Recalling history, there are lessons to be learned from the conduct of past elections as a guide to what one may expect down the road. The 2014 senatorial by-elections in whose aftermath a flood of complaints swamped the Supreme Court, can prove instructive in this regard of how things may likely evolve in 2023.
It can be recalled that in the 2014 Grand Cape Mount senatorial by-elections, Varney Sherman, running on the ticket of the Unity Party, was pitted against Foday Kromah of the ruling CDC. At the end of the polling period, Varney Sherman had accumulated a total of 13,000 votes while his chief rival Foday Kromah accumulated a pittance of 3,000 votes.
But Kromah cried foul, insisting that he had been cheated of victory. This was in face of the fact that his party, CDC, had conceded defeat and accepted Varney Sherman as the winner.
The local presiding elections magistrate looked into the case and concluded that Sherman had indeed emerged winner but Kromah, not being satisfied, took his case straight to the Supreme Court. It must be noted that the CDC’s concession to defeat meant that Kromah, who ran on that party’s ticket, lacked legal standing to even take his case to the NEC Board of Commissioners, let alone the Supreme Court.
This was because he (Kromah) did not run as an independent candidate which would have given him the required legal standing to contest the elections results.
But in a strange twist and in clear contravention of the electoral law, section 8.25 the then Justice in-Chambers, Phillip Banks, rather than requiring Kromah to fully exhaust available legal remedies (NEC Hearing Officer and Board of Commissioners) before bringing his case directly to the Supreme Court, elected to sit on the matter.
By that singular act, Justice Banks struck down section 8.25 of the elections law, which may haunt the 2023 elections if the Legislature does not before then repeal the law set by Banks’ faux-pas, setting a dangerous precedent.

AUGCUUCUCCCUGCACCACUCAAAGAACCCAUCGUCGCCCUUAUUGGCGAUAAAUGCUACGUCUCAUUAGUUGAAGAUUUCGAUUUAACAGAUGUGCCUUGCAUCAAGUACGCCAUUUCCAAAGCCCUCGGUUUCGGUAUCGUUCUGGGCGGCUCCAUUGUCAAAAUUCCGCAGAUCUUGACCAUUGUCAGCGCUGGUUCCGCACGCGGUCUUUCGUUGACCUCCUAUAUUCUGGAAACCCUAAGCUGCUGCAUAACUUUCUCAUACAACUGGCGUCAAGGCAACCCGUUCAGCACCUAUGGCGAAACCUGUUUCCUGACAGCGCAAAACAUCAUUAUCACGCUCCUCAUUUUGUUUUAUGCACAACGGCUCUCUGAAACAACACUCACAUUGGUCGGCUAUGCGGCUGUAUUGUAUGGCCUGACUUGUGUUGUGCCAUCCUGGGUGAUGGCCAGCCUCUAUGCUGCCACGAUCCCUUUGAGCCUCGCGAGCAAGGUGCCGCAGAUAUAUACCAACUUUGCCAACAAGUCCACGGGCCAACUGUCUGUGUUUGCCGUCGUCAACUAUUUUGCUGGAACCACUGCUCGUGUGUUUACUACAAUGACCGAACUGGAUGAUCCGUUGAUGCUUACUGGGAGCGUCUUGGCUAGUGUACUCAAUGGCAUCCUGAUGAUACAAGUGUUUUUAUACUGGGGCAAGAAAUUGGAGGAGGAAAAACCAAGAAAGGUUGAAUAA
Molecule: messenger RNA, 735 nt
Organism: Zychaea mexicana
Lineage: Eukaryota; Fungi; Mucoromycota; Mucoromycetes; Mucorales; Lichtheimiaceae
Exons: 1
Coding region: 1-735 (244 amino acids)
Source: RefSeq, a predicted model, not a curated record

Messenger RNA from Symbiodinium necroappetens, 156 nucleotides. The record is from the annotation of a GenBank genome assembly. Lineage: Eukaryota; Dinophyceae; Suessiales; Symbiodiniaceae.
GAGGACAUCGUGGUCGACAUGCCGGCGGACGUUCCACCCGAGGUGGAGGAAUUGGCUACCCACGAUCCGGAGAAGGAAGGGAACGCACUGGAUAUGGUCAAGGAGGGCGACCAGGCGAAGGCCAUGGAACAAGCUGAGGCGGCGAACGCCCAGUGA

But the issue was clear — Varney Sherman had won the elections by an overwhelming vote count of 13,000 against the 3000 vote count garnered by Kromah. But despite his win, more troubles lay ahead for Sherman all of which analysts attributed to the rift between himself and President Sirleaf although he would eventually be confirmed as a winner.
However, to Sherman’s greatest dismay, Kromah’s challenge, which was widely perceived as bogus, prevented his seating until the challenge before the Supreme Court had been disposed of.
As a result Senator-elect Varney Sherman could not vie to be President Pro Tempore of the Senate because he had not been officially seated thanks to Banks’ dangerous precedent.
As things stand, the NEC Board of Commissioners' current head is entangled in conflict of interest issues. One of her colleagues is known for his involvement in alleged electoral fraud, while others are alleged to also have integrity issues.
So the question is what if, just what if George Weah loses the 2023 elections despite the odds against the opposition, but cries foul, and does not exhaust the NEC grievance process and instead proceeds directly to the Supreme Court? Will the declared winner of the elections be inaugurated into the office while a legal challenge from George Weah is pending before the Supreme Court?
What would such development portend for the peace, security and stability of the state if the President-elect cannot be seated while a challenge to his victory is pending before the Supreme Court? Clearly, no one at this point can determine what the outcomes would be; however, it will be naive to assume that a truly dying man will not clutch at a straw.
The lyrics to a popular Liberian piece say in part, “I hear dem say dey want me go, dey want me go, I say ehn ehn!”
What if in 2023, the Liberian people say they want George Weah gone and he says “ehn ehn” — then what? Will “Baboon divide kola”? 2023 Wahala loading!